Director General of the European Space Agency (ESA) Jan Woerner (R) speaks with NASA officials at a ceremony marking the arrival of the European Service Module, the 'powerhouse' for NASA's new Orion spaceship that will take astronauts to moon and beyond in coming years at the Kennedy Space Center in Cape Canaveral, Florida, the United States, Nov. 16, 2018. (REUTERS Photo)
WASHINGTON, Nov. 16 (Xinhua) -- The United States space agency NASA and European officials celebrated in Florida's Kennedy Space Center on Friday the arrival of a powerhouse that would propel NASA's new capsule to the moon in an unmanned flight planned for 2020.
"The service module will provide power, air and water to the Orion spacecraft on missions to send humans to the Moon and beyond," said NASA administrator Jim Bridenstine on his Twitter account.
Orion's European Service Module arrived from Germany on Nov. 6, 7 years after NASA announced it would rely on the European Space Agency to provide the critical flight hardware.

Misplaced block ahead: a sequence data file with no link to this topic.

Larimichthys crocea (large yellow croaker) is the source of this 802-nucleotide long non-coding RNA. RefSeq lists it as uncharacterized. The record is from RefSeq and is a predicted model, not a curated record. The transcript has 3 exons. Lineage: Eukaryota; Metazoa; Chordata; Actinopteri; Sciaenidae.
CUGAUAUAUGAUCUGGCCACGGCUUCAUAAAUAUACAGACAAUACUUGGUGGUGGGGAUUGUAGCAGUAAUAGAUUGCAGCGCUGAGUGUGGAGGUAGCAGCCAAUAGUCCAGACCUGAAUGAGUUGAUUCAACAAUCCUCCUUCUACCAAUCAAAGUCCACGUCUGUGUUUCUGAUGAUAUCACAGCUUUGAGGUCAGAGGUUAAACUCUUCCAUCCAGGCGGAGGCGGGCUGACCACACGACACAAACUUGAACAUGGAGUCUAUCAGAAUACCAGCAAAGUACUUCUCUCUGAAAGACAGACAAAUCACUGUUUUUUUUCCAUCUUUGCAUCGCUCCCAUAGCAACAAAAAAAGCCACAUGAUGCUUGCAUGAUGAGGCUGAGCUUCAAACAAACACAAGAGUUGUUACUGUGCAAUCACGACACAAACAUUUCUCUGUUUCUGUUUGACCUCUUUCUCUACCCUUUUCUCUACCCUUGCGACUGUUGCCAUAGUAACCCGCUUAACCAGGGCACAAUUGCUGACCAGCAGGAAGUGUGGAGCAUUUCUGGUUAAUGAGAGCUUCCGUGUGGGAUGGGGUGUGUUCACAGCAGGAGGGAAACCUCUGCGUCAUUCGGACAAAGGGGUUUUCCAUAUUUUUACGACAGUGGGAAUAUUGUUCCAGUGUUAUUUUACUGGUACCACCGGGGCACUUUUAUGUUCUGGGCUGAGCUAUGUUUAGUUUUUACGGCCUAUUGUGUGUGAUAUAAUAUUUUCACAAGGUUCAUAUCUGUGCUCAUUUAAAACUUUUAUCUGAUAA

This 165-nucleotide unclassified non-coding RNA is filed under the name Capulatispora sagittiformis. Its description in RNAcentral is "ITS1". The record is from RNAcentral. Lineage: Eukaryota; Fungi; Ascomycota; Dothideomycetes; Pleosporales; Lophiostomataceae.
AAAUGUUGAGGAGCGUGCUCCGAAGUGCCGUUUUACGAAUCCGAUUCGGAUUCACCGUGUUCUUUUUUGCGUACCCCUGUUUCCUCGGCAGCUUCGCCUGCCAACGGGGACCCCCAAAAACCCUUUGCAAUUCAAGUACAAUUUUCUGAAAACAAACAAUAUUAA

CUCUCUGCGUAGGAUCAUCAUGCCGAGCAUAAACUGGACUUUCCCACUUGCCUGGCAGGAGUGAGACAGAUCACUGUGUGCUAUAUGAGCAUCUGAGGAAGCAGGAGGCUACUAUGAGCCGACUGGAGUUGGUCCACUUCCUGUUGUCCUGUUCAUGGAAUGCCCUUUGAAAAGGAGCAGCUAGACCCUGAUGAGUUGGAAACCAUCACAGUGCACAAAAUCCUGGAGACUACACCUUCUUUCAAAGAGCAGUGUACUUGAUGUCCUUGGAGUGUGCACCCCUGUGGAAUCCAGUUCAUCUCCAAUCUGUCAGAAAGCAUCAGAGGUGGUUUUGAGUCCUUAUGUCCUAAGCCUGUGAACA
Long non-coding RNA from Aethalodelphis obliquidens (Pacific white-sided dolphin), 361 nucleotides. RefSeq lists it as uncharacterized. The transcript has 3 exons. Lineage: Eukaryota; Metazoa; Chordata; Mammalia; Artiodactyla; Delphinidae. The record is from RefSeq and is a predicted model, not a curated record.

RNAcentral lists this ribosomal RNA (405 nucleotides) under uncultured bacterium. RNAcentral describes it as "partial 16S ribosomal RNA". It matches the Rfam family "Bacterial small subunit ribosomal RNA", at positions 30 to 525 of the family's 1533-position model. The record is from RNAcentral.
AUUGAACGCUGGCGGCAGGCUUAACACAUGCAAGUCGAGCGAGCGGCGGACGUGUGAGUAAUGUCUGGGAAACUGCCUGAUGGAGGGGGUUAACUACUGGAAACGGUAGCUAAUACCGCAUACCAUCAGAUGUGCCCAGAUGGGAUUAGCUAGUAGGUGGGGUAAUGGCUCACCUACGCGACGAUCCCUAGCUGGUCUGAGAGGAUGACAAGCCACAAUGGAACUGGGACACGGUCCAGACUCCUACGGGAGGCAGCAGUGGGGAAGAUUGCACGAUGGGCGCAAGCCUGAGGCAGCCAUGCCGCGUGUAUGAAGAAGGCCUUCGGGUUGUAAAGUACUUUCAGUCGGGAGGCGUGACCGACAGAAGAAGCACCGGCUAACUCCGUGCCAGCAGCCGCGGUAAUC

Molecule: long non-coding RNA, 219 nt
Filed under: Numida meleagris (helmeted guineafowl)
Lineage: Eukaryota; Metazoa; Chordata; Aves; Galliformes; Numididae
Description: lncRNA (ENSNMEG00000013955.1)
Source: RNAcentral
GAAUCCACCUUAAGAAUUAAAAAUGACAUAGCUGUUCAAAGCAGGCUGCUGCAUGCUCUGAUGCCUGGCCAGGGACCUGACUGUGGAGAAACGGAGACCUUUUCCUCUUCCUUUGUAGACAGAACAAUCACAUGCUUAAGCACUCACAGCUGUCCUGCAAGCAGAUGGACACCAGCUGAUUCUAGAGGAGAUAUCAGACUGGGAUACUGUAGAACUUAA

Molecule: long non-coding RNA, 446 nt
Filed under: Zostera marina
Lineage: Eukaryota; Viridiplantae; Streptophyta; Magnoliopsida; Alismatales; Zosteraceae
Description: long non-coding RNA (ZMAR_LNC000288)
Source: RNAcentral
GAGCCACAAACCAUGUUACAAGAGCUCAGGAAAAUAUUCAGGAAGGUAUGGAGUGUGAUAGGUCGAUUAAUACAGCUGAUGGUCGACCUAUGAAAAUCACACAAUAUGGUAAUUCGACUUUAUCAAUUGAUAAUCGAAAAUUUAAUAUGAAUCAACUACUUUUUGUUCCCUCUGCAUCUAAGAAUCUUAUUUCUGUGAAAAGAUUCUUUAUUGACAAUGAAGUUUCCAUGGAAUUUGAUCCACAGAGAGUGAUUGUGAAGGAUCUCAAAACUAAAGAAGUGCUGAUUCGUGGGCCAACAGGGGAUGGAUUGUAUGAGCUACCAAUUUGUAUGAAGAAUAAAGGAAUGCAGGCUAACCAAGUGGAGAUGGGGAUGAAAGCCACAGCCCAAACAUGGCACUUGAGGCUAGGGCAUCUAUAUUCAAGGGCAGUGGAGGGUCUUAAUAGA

The European component "allows us to take people farther into space than we've ever gone before, so it is a really big event for all of the Orion program," said NASA's Orion program manager Mark Kirasich.
Orion, NASA's next-generation moonship, is slated to fly near the moon with a mega rocket developed by NASA, known as SLS for Space Launch System.
Its future missions include a manned journey, with the goal of building an outpost just beyond the moon that could enable lunar landings and Mars expeditions, according to NASA.
The Orion capsule once flew 5,800 km above Earth in 2014, but its flight on SLS has been repeatedly delayed.